"I think it's been really eye-opening and enlightening to have that different," said Hannah Aken at Idaho State University.
As a first-generation college student, she didn't expect the experience to be so vast, but in her journey of microbiology, she's been able to study one pesky pathogen called streptococcus pneumoniae.
"That bacteria typically causes as you know pneumonia and like ear infections, things like that, but it can also cause meningitis," said Aken.
Which can be detrimental to children, elderly and those who are amino-compromised.
In her research, she found it was possible to break down the structural coating of the bacteria, which allows it to hide itself from human immune systems.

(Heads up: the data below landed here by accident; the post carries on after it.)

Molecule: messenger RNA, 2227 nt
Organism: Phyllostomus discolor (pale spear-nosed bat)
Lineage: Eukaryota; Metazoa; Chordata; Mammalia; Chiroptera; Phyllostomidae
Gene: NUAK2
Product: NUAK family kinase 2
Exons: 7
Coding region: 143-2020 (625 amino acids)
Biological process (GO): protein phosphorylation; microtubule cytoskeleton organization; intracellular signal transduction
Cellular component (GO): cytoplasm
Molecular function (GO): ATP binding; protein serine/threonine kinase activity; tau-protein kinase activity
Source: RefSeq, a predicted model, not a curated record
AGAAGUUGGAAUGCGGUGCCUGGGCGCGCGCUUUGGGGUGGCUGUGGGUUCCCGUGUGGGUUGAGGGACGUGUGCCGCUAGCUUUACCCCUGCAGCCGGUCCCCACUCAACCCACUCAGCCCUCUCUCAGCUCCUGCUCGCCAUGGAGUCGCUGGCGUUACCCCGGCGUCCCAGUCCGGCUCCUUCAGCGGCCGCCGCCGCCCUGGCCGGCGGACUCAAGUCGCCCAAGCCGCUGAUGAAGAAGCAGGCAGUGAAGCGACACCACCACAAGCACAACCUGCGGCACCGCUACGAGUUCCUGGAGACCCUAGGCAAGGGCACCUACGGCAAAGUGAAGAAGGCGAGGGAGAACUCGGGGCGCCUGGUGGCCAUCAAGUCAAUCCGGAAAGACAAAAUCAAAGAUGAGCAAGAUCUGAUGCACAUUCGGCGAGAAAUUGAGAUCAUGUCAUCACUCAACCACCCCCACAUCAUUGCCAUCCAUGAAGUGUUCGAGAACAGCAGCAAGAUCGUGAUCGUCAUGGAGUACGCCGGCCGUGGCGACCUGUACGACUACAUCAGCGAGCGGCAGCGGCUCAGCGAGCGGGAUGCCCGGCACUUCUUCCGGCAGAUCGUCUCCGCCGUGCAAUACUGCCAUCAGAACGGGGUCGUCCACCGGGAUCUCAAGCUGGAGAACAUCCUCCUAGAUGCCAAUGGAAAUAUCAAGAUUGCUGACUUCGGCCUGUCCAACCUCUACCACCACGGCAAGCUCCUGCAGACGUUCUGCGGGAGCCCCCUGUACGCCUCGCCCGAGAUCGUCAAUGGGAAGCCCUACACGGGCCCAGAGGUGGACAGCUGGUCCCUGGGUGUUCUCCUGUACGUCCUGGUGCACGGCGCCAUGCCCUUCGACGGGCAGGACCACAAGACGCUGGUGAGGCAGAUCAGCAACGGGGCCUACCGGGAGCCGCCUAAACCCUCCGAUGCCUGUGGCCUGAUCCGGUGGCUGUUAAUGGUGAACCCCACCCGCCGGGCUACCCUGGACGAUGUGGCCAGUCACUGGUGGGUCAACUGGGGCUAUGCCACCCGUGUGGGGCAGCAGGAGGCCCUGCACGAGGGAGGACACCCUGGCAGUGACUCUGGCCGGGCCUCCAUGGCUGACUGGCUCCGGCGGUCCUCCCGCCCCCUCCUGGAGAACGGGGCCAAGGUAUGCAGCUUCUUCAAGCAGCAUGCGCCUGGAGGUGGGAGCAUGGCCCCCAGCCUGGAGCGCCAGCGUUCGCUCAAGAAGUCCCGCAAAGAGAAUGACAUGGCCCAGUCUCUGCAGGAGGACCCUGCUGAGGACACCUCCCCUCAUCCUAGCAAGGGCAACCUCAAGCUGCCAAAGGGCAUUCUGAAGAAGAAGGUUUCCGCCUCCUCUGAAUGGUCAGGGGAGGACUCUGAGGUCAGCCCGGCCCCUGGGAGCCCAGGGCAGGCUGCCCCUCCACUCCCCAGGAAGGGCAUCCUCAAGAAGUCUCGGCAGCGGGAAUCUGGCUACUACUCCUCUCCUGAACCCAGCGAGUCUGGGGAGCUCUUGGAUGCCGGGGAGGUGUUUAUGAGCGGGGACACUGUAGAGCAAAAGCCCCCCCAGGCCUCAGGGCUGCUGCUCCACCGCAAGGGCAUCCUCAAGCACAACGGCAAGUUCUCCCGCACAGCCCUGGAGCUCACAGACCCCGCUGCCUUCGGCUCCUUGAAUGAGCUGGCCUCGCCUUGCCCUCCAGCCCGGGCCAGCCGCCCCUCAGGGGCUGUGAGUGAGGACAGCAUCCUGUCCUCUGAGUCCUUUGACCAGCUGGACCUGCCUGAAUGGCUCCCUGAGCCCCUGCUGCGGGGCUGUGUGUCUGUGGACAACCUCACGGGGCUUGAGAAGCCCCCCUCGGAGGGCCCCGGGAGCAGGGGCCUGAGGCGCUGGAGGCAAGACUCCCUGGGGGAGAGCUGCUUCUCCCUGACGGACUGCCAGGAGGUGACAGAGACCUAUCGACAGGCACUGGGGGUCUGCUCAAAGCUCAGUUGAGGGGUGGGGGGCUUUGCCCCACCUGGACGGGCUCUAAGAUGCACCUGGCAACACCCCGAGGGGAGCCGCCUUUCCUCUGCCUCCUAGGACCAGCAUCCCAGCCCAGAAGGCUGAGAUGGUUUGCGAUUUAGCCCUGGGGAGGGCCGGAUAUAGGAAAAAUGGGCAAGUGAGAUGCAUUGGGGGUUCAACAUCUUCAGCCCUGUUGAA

"The goal with these is to create different medicinal treatments for pathogenic streptococcus pneumoniae," said Aken.
There are currently vaccines, but according to Aken the vaccines now don't cover all strains of the pathogen.
"So our research is identifying different locations or pathways within this bacteria to find a new target for these medicinal treatments," said Aken.
Aken said she believes this work is important because it takes steps forward in how we as people look out for each other.
"Being considerate of other people and the things that are going on in the world is really important for individuals in order to better themselves but also to better the environment around them to help the people around them as well," said Aken.